The movement to stop New York University from demolishing Edgar Allan Poe’s Greenwich Village residence has gathered steam since Chatterbox last wrote about it. E.L. Doctorow and Woody Allen published letters in the New York Times last month urging that the building be saved. Neither, alas, mentioned the building’s important role fostering the birth of Internet journalism by sheltering Chatterbox during the summer of 1979, when he was an intern at The Nation. (It–the row house, not The Nation–was an NYU fraternity back then.) But we digress.
New York state Supreme Court Justice Robert D. Lippman has delayed the demolition while he reviews arguments from NYU and a small band of preservationists who are trying to save the building. Since the preservationists lack a legal basis for challenging the Poe demolition itself, they’re challenging another crucial component of NYU’s planned construction on the site–the sale to NYU by Judson Memorial Church (which was built by Stanford White, and, unlike the Poe house, enjoys landmark status) of the Judson Student House, which is also set to be demolished. (Click here to read the preservationists’ brief in Adobe Acrobat format.) The preservationists claim that the sale and the planned demolition proceeded without legally required notice to the public and to New York’s commissioner of parks, recreation, and historic preservation and also without legally required public hearings.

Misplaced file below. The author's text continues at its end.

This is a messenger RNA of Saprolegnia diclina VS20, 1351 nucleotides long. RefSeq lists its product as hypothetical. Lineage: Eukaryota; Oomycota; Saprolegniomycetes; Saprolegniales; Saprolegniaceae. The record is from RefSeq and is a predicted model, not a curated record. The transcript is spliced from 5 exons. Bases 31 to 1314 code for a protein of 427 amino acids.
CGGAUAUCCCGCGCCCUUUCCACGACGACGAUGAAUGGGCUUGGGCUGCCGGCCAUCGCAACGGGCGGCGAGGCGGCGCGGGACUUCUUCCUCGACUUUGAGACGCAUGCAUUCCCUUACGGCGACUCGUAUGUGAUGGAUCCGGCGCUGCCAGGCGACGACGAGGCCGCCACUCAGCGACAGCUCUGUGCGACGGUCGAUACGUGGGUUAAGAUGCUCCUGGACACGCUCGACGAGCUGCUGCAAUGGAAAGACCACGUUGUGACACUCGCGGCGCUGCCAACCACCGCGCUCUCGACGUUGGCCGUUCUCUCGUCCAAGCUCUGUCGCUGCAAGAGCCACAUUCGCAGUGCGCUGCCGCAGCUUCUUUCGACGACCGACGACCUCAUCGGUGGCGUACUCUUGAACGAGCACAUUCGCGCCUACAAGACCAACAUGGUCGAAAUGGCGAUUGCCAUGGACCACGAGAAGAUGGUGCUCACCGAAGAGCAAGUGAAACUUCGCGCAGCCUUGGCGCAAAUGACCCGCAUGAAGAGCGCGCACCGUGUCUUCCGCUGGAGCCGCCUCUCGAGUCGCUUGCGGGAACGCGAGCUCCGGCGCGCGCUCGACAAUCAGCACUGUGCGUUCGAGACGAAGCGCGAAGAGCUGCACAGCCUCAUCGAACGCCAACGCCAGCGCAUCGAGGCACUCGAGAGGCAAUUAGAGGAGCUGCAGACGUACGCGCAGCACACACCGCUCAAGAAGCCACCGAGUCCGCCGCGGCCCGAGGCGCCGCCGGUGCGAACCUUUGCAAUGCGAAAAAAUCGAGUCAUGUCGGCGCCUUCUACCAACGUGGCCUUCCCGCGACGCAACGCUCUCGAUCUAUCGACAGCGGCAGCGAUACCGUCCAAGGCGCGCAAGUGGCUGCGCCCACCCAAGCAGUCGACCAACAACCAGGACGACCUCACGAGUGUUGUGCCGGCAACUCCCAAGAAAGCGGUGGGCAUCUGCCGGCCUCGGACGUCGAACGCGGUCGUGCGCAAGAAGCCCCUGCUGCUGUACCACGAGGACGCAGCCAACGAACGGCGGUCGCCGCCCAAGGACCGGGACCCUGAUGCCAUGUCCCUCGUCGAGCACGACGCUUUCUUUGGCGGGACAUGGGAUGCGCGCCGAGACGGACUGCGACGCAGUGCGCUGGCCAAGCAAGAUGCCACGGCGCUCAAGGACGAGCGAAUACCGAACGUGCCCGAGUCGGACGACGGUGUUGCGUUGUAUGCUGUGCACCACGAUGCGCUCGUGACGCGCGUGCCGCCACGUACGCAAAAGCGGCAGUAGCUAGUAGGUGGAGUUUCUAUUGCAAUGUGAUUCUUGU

One argument commonly cited in favor of demolishing Poe House is that it no longer looks the way it did in 1845 and 1846, when Poe lived there. In fact, except for some minor alterations to the original ground level, the exterior looks the same. But don’t take Chatterbox’s word for it. Click here to see what it looked like in Poe’s day. Click here to see what it looks like today. And click here to see the staircase just outside the ground-floor room Chatterbox lived in during the summer of 1979. The interior may not match what it was during Poe’s lifetime, but it looks substantially the way it did 21 summers ago. And it almost certainly smells better.